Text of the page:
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Tuesday, December 7, 2021

Civil rights pioneer seeks to have his 55 arrest record canceled

MONTGOMERY, Alabama. Months before Rosa Parks became the mother of the modern civil rights movement by refusing to move to the back of an isolated bus in Alabama, black teenager Claudette Colvin did the same. Convicted of assaulting a police officer during her arrest, she was put on probation, but never received notice that she had served her sentence and was in a safe place from a legal point of view.

Colvin, 82 and his age has slowed, asked the judge to end the case once and for all. She wants a Montgomery court to destroy a tape that her lawyer says has cast a shadow over the life of an obscure civil rights hero.

“I am now an elderly woman. Deleting my records will mean something to my grandchildren and great-grandchildren. And it will mean something to other black children, ”Colvin said in a sworn statement.

Supporters sang civil rights anthems and applauded as Colvin walked into the clerk’s office and filed an exclusion request on Tuesday. Her lawyer, Philip Ensler, said he is seeking to have all legal documents sealed and all case records erased.

Montgomery County District Attorney Daryl Bailey later said he agreed to the request to clear Colvin’s record, removing any doubts it would be approved.

“I think you can say that I am no longer a juvenile delinquent,” Colvin told a crowd that included relatives, well-wishers and activists.

Also in attendance was renowned civil rights lawyer Fred Gray, now 90, who is not currently involved in her case.

Recalling her arrest, Colvin told the crowd, “I was thinking about freedom.”

“So I had no intention of moving that day,” she said. “I told them that history has chained me to the seat.”

Colvin left Alabama at 20 and spent decades in New York, but relatives were always worried about what might happen when she returned for visits, as Ensler said no court official said she was out of probation. term.

“Since then, her family has lived with this terrible fear,” he said. “Despite all the recognition in recent years and attempts to tell her story, nothing has been done to clear her story.”

Now residing in Birmingham before moving to relatives in Texas, eighty-year-old Colvin applied to a juvenile court judge, which is rather strange, since it was there that she was convicted of a delinquent and placed on what, in practical terms, was equal to life probation. – said Ensler.

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The Montgomery city bus system, like the rest of social life in the Deep South, was severely racialized in the 1950s. The blacks had to use one fountain, and the whites had to use another; the front of the bus was reserved for whites, while blacks were legally required to take the back.

Parks, a 42-year-old seamstress and NAACP activist, gained worldwide fame after she refused to give up her seat on a bus to a white man on December 1, 1955. The Reverend Martin Luther King, Jr. has come to the fore and is often considered the beginning of the modern civil rights movement.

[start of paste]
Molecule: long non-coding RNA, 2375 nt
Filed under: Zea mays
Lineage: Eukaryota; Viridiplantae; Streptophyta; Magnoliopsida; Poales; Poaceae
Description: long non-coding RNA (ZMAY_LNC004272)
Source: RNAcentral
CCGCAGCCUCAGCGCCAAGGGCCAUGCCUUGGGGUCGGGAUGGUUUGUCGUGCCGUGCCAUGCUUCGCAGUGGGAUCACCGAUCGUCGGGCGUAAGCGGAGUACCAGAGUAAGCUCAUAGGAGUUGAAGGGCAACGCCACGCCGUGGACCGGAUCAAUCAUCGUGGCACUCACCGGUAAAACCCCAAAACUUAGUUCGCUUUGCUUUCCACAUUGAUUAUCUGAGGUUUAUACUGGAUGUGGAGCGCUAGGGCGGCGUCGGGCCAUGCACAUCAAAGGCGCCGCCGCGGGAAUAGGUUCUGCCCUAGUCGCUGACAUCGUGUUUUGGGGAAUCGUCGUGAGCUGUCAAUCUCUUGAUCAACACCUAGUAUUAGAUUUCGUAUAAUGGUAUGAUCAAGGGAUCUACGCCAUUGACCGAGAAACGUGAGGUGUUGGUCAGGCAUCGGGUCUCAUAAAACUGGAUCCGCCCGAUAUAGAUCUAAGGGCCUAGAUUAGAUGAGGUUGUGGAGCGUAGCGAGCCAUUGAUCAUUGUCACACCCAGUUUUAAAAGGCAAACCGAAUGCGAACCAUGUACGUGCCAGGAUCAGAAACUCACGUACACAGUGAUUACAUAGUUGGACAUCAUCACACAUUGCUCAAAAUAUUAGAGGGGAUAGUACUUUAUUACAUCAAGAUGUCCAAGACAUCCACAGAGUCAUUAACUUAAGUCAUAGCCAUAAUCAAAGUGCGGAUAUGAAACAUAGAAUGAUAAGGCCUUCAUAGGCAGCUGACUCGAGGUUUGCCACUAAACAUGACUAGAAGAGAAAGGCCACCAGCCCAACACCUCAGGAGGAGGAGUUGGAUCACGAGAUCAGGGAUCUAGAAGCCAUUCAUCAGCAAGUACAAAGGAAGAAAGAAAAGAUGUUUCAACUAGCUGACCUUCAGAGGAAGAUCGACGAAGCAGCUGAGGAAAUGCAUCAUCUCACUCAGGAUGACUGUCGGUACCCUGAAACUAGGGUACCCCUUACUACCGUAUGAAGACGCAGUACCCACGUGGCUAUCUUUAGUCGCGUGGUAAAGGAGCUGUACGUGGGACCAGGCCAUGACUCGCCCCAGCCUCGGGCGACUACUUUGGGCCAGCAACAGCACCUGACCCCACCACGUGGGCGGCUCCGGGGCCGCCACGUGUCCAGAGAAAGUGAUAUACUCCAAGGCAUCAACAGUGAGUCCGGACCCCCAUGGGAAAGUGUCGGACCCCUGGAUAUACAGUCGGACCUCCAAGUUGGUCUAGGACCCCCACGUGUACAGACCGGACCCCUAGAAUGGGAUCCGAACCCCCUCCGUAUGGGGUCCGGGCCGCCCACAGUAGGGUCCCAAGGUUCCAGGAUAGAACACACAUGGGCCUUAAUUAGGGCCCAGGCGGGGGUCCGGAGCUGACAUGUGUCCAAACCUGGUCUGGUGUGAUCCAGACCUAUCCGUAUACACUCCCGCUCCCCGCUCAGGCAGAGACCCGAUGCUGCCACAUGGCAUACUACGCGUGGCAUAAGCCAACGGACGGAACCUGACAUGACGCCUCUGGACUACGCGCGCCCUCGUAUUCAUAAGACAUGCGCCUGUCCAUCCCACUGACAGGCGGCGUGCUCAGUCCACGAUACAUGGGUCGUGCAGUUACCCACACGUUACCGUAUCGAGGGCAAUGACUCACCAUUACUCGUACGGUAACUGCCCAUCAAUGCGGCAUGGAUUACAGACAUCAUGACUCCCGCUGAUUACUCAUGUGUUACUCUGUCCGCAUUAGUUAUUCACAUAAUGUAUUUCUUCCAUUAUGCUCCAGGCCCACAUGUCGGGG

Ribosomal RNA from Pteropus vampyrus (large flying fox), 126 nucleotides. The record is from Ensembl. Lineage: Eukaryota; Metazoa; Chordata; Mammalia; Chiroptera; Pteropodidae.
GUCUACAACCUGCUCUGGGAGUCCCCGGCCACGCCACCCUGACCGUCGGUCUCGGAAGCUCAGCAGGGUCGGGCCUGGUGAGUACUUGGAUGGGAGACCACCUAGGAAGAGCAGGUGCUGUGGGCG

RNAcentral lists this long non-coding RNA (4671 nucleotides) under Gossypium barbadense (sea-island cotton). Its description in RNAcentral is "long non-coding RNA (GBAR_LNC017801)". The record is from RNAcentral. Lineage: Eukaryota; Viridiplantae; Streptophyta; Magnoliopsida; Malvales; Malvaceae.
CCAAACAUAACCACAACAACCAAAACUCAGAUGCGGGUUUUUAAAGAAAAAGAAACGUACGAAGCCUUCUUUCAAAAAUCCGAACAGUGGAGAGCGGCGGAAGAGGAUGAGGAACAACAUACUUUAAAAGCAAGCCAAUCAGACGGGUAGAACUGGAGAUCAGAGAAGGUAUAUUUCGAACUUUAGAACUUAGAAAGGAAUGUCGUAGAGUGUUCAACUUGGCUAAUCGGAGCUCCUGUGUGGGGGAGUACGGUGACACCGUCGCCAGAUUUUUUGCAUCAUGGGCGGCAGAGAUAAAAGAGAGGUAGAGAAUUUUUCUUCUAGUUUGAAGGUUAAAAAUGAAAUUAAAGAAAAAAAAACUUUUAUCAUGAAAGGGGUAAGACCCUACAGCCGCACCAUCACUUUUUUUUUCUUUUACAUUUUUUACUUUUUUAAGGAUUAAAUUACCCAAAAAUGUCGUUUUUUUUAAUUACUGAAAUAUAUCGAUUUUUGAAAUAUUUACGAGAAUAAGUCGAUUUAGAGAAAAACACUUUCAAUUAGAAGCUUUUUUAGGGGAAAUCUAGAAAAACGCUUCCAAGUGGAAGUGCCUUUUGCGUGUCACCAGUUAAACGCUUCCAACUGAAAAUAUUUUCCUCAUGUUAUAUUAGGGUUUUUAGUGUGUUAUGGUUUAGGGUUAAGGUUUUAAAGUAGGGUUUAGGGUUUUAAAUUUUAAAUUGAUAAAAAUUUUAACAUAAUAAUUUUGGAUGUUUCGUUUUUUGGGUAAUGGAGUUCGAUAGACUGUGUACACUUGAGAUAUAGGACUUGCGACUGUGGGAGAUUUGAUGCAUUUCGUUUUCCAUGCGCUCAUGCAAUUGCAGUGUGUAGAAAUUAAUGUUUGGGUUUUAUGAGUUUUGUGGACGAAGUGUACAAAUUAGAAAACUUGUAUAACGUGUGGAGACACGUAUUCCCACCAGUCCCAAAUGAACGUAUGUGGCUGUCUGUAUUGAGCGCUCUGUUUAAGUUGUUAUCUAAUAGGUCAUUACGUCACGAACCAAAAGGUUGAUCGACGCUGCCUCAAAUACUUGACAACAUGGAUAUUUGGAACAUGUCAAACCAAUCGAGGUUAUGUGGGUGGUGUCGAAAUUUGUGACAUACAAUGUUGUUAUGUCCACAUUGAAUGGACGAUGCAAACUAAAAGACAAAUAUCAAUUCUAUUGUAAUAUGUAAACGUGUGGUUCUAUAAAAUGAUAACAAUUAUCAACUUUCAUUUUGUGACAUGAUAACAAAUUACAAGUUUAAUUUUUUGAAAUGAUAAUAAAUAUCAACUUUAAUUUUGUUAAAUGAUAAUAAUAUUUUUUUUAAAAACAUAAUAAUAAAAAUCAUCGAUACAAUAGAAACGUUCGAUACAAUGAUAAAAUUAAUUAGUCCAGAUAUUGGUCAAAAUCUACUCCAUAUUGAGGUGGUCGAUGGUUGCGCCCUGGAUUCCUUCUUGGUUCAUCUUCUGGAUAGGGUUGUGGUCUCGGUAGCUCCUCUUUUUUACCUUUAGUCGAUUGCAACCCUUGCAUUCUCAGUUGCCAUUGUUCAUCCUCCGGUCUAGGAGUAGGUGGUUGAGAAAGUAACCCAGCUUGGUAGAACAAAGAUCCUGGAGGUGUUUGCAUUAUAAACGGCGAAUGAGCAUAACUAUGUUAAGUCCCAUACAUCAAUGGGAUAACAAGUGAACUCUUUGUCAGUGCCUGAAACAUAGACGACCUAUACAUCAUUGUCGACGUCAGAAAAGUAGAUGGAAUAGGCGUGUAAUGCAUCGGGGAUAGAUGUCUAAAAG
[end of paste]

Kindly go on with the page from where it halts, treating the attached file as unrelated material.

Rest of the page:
Colvin was a 15-year-old high school student at the time, got bored and refused to move before Parkes.

The bus driver called the police on March 2, 1955 and complained that two black girls were sitting next to two white girls and refused to change to the back of the bus. The police report said one of the black girls moved when asked, but Colvin refused.

The police report says Colvin resisted when the police took her off the bus, kicked and scratched the officer. She was originally convicted of violating the city’s segregation law, hooliganism and assaulting an officer, but she appealed and only the assault charge remained.

The case was sent to juvenile court due to Colvin’s age, and records show that the judge found her guilty and placed her on probation “in state custody pending good behavior.” And that was it, Ensler said, when Colvin never received an official word that she had passed probation, and her relatives assumed the worst – that the police would arrest her for whatever reason.

Ensler said it is “unclear” as to whether Colvin is indeed still on probation, but she has never had any other arrests or trials. She even became a named plaintiff in a landmark lawsuit that outlawed racial segregation in Montgomery buses. However, according to Colvin, the trauma continued, especially for relatives who were constantly worried about her.

“My conviction for defending my constitutional right terrorized my family and relatives, who only knew that they should not talk about my arrest and conviction, because people in the city knew me as“ that girl on the bus, ”she said.

World Nation News Deskhttps://www.worldnationnews.com
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